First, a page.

Former British MEP says EU stands to lose more than UK from No Deal Brexit

Former ECR Group deputy David Campbell Bannerman said, “I had hoped we would end up with a super Canada deal but the thing currently on offer seems much thinner and I think that is a mistake.”
European Parliament Audiovisual

By Martin Banks

Martin Banks is a senior reporter at the Parliament Magazine

24 Nov 2020

Taking part in an online debate on Brexit organised by Parliament’s ECR Group on Tuesday, Campbell Bannerman said, “I would urge the Council to reconsider what is on offer but it is a fallacy to say the UK needs a trade deal more than the EU.”

“The UK will be the EU’s second biggest trading partner, after the US, from 1 January and this will be put at risk if there is no deal. Remember that nearly 70 percent of UK trade is within the UK itself. It is important that access is maintained both ways, both for the UK and the EU.”

“If there is no deal it has been estimated that the UK would pay €5bn in tariffs but the EU would pay €12bn in tariffs. We are just asking to be treated like a sovereign, independent country like others are, such as Canada.”

“But what we are heading for is a No Deal. But we can carry on negotiating for now and I hope the EU will drop the political punishment guidelines. A super Canada deal will benefit us all and without these tariffs.”

“It may be 2am in the morning on New Year’s Eve but I know the UK will not budge on one thing and this is sovereignty.”

Further contribution came from ECR Swedish MEP Charlie Weimers, who believes an agreement will be struck.

“I think a deal will be done even if it looks very difficult right now. It is sometimes painful what he says but Michel Barnier is very experienced and that is partly why I think there will be a deal” Roberts Zīle, ECR Group

He said, “I think a deal seems more and more likely and hear rumours we will be called in between Christmas and New Year to vote. I hope both sides will be constructive but there are political, rather than technical, issues to be overcome such as fisheries, a symbolically important issue for the Brits but also the French.”

“I just hope an adult will stand up in the room and point out the broader EU interests in all this. Sweden is among those very dependent on the UK on trade. There could be a fudge but that is the typical way of doing things for the EU but if that happens it could leave a sour taste for years to come.”

“Another thing to consider is if a successful Brexit will inspire others to consider leaving the EU. Of course, nothing could be worse for the EU.”

When asked if any MEPs will not agree to a Brexit deal, he said, “I do not think Parliament will refuse to sign off on any agreement because there is too much to lose for both sides.”

Latvian ECR member Roberts Zīle said, “I think a deal will be done even if it looks very difficult right now. It is sometimes painful what he says but Michel Barnier is very experienced and that is partly why I think there will be a deal. There are though some noisy issues like fisheries and state aid.”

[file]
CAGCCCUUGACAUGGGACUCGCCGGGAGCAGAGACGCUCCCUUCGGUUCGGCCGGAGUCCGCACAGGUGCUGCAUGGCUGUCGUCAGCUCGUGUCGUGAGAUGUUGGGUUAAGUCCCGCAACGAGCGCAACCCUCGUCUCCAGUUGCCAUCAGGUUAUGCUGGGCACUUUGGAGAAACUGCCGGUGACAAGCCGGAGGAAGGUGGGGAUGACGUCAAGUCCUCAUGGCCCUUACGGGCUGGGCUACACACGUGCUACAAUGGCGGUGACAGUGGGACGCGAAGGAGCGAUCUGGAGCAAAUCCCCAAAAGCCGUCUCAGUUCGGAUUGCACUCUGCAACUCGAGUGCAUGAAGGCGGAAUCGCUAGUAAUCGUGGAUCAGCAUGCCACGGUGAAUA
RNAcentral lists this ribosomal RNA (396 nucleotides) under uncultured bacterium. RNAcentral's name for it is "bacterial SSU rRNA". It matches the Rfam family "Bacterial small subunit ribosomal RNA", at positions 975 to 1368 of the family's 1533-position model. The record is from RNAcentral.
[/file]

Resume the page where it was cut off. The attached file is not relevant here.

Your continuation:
He added, “I am sure an agreement will be ratified by Parliament because we all want to keep good relations with the UK after this.”

“What we are heading for is a No Deal. But we can carry on negotiating for now and I hope the EU will drop the political punishment guidelines. A super Canada deal will benefit us all and without these tariffs”

David Campbell Bannerman, former ECR Group MEP

Former UK MP Stewart Jackson also sounded an upbeat note. He said, “We are generally in a good place in terms of getting a deal which is in the mutual interests of both the EU and UK.”

“The problem has been the strategic errors of the EU such as reading things in Remain outlets like the FT which do not necessarily reflect reality in the UK. We are looking at a legal text of up to 600 pages, but the two sides have made a lot of progress. It just comes down now to fish, governance and the level playing field.”

He recalled, “David Davies, my old boss, was ridiculed when he said a deal would not be done until the last 10 days and not in the previous ten months, but he has been proved right.”

“But, also, those who said it would take years to get a deal have been repudiated.”

He added, “Martin Selmayr, the former assistant to Jean-Claude Juncker, once said it was the aim of the EU to make Brexit as painful as possible so as to put others off doing the same. It has succeeded in that because this has been inordinately painful.”

Richard Milsom, of the ECR Group, who moderated the debate, warned, “Others will move to the exit door unless the EU gets its house in order. We are perilously close to the 31 December deadline and it really is crunch time. Even so, the prospect of a trade deal still does appear uncertain.”

“I do not think Parliament will refuse to sign off on any agreement because there is too much to lose for both sides” Charlie Weimers, ECR Group

Talks between the two sides are continuing this week remotely via videoconference.

An EU source told this site, “They will return to face-to-face negotiations in London when it is safe to do so, but we don’t have a confirmed date for that yet.”

Elsewhere on Tuesday, GUE/NGL co-leader Martin Schirdewan, a member of Parliament’s UK Coordination Group, told reporters, “We are getting prepared for a special plenary session to vote on any deal.”

“But we don’t want to rush into what is an important decision and we need time to examine any text.”

Separately, Parliament’s chief press spokesman Jaume Duch said on Tuesday, “Time is now very tight and I hope the deadline will be complied with so that we can put the matter to the vote in the December part session.”

He told reporters, “Parliament must have its say on this and members need to look at contingency plans for a No Deal. We will take stock of this on Thursday. We will be following events very closely.”

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